Meanwhile, deleting all Dolores’ memories doesn’t seem nearly as devastating as it might since we know there are copies of Dolores’ core/pearl, and there will always be a way to upload her again. She may not be the perfectly original Dolores, but she’ll start off close enough. The showrunners confirm that Evan Rachel Wood will be back for Season 4, though they say the version of Dolores we have come to know is gone. I can’t see how that’s true since there are multiple copies of her. Granted, as we saw in Charlotte, the copies do change and evolve into separate personalities, though it took a while and some very particular events for that to happen. That said, the majority of who Dolores was is still in her copies.

What was the point of Major Craddock appearing in William’s fantasy and also in Caleb’s flashback world? Was that purposefully a connection, because as we saw in last week’s episode, William and Caleb had the same patient ID number. And why did that detail lead to nowhere …so far? I don’t understand why we should care about Caleb at all. He wanders through most of this season in a daze and even this hour asks Dolores, “Who are you?” Does he still have no idea what a Host is in this final hour? Why — other than him choosing not to abuse the Hosts in the park (there are humans other than Caleb, I’m sure, that made decent life choices) — pick such a consistently bewildered, not to mention suspicious of you, person to be a “savior”? Including this episode, Dolores has had to repeatedly explain the same concept to him, and until the last moment, he doesn’t seem to know what to do — but I’m guessing he was never going to let everyone in the world die, nor would most people. “Free will does exist, it’s just fucking hard” …for Caleb to understand.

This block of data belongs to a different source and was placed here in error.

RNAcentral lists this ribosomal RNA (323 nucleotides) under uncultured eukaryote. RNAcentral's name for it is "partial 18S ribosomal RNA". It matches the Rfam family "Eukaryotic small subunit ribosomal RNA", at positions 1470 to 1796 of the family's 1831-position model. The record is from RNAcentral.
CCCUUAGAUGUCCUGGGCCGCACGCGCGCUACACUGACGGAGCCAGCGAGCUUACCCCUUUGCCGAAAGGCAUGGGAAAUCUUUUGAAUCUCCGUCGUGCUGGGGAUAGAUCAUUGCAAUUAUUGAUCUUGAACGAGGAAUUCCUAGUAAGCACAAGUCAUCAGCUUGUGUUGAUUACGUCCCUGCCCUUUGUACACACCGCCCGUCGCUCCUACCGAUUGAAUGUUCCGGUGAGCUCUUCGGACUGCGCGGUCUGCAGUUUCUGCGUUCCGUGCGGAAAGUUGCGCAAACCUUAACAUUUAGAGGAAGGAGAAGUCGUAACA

Caleb has control over Rehoboam, but what of Solomon? If I understand EMP, Solomon was shut down for x amount of time, but not destroyed.

WILLIAM — who/what is the William we have watched all season? In Season 2’s “The Passenger” epilogue, we learned that Emily was testing William for fidelity, which ostensibly meant he was a Hybrid and should have meant he couldn’t leave the park due to the problems described by Ford and avatar Logan. This season we have seen a version of William that doesn’t seem to display any of the Hybrid quirks/faults we saw in James Delos when he was being tested for fidelity, and we have seen William out of the park, so either Delos/Incite came up with an actual working Hybrid or this is a different version of William than the one we saw at the end of Season 2. Either way, what a mess, and now this William appears to be “dead”, killed by a new Host version of William that Charlotte/Chalores printed. Was this William the same William we saw in last season’s finale? Was this William a Hybrid or a Host? Could this season’s William somehow have been human and if so, was that Hybrid Emily tested in some future or alternate timeline that we haven’t yet seen (I feel this option is highly unlikely)? I think my head is spinning from my own questions.

And again, how was William all by himself (even with a plane and money) going to save the world?

How/why was Charlotte expecting William? Did she at some point connect into Rehoboam?